In Cold War, U.S. Spy Agencies Used 1,000 Nazis The Nazis Next Door, Florida hazing trial begins in college marching band death, Church of England to examine 1950s records in child abuse investigation
October 28, 2014 Comments Off on In Cold War, U.S. Spy Agencies Used 1,000 Nazis The Nazis Next Door, Florida hazing trial begins in college marching band death, Church of England to examine 1950s records in child abuse investigation
– In Cold War, U.S. Spy Agencies Used 1,000 Nazis
The Nazis Next Door: How America Became a Safe Haven for Hitler’s Men “The agency’s own files linked Mr. Lileikis to the machine-gun massacres of 60,000 Jews in Lithuania.”
– Florida hazing trial begins in college marching band death
“he died of hemorrhagic shock resulting from blunt force trauma after running through a gauntlet of band members beating him”
– Church of England to examine 1950s records in child abuse investigation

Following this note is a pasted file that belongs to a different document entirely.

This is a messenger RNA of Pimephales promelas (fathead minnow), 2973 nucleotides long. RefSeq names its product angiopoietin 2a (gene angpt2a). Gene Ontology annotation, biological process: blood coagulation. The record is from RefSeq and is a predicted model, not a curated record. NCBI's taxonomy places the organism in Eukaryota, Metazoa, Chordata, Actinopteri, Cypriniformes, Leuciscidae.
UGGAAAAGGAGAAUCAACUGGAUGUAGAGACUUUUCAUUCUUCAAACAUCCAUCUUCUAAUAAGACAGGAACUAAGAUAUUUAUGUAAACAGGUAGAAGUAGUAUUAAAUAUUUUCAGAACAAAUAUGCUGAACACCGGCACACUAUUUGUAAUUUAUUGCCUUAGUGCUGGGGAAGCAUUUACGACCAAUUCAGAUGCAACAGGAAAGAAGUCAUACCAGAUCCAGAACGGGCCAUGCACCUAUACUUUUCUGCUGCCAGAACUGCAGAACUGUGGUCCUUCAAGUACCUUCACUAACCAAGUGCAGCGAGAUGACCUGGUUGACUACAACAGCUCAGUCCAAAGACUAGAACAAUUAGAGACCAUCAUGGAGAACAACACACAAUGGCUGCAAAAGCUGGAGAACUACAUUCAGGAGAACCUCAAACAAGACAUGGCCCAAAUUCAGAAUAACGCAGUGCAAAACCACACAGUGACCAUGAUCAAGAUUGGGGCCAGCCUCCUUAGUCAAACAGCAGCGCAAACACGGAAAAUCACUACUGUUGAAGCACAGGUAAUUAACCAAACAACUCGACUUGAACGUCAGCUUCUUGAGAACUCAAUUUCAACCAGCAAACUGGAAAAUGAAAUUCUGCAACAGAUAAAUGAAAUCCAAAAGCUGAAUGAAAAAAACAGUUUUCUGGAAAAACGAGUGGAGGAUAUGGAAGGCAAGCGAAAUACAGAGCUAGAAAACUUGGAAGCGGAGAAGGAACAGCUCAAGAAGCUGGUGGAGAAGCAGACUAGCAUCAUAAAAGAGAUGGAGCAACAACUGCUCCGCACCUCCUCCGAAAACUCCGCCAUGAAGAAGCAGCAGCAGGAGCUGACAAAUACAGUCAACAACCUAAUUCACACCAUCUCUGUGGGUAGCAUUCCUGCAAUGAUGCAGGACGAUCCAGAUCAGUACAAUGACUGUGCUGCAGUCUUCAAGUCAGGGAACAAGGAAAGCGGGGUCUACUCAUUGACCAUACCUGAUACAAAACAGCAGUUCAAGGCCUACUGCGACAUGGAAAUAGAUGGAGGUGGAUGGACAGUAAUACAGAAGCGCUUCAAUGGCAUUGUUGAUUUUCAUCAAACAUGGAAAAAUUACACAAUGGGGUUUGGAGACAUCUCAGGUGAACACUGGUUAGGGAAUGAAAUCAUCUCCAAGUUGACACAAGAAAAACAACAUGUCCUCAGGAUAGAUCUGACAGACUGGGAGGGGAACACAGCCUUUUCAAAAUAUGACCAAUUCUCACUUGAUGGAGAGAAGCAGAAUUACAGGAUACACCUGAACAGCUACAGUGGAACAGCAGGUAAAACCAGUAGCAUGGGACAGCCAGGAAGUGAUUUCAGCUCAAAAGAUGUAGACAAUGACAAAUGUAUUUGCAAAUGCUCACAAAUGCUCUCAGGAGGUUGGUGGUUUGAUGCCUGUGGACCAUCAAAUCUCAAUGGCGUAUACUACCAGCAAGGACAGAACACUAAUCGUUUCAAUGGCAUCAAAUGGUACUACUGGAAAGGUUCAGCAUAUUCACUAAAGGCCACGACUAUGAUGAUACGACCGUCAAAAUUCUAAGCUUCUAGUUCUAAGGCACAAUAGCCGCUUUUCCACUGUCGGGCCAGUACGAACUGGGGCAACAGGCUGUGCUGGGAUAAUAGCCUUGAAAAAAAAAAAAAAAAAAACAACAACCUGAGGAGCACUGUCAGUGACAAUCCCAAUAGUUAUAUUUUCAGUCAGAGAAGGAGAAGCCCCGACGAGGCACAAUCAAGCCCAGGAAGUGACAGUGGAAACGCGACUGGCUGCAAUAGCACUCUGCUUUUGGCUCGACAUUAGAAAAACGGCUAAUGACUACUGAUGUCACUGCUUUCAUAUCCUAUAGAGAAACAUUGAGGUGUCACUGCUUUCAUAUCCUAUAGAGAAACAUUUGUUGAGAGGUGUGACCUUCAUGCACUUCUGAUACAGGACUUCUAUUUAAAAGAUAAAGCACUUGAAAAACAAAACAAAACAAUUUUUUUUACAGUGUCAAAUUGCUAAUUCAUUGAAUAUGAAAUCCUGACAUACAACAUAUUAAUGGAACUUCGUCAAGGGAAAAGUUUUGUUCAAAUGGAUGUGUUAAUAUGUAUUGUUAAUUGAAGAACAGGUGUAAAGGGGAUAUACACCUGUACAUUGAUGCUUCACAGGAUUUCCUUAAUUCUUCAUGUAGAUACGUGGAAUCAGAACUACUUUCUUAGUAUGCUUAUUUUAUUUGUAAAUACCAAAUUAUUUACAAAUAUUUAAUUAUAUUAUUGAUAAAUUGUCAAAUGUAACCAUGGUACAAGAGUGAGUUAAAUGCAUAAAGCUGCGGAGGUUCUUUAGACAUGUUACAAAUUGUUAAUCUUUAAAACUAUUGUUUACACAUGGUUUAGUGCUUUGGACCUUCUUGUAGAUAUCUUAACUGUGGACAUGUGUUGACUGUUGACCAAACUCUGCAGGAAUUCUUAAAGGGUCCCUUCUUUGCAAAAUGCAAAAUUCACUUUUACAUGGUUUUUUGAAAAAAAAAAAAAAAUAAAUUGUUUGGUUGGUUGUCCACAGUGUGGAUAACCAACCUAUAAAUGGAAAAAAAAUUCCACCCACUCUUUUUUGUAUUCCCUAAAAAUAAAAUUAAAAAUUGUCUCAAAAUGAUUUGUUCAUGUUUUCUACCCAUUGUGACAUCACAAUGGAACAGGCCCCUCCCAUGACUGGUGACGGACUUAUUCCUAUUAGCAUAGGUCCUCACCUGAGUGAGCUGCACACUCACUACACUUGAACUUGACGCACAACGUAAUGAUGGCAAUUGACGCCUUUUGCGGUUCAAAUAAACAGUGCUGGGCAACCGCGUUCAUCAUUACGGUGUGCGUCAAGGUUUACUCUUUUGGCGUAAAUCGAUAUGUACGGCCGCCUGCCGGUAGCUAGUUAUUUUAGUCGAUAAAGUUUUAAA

In Cold War, U.S. Spy Agencies Used 1,000 Nazis
By ERIC LICHTBLAU OCT. 26, 2014
WASHINGTON — In the decades after World War II, the C.I.A. and other United States agencies employed at least a thousand Nazis as Cold War spies and informants and, as recently as the 1990s, concealed the government’s ties to some still living in America, newly disclosed records and interviews show.
At the height of the Cold War in the 1950s, law enforcement and intelligence leaders like J. Edgar Hoover at the F.B.I. and Allen Dulles at the C.I.A. aggressively recruited onetime Nazis of all ranks as secret, anti-Soviet “assets,” declassified records show. They believed the ex-Nazis’ intelligence value against the Russians outweighed what one official called “moral lapses” in their service to the Third Reich.
The agency hired one former SS officer as a spy in the 1950s, for instance, even after concluding he was probably guilty of “minor war crimes.”
And in 1994, a lawyer with the C.I.A. pressured prosecutors to drop an investigation into an ex-spy outside Boston implicated in the Nazis’ massacre of tens of thousands of Jews in Lithuania, according to a government official….
In 1980, F.B.I. officials refused to tell even the Justice Department’s own Nazi hunters what they knew about 16 suspected Nazis living in the United States.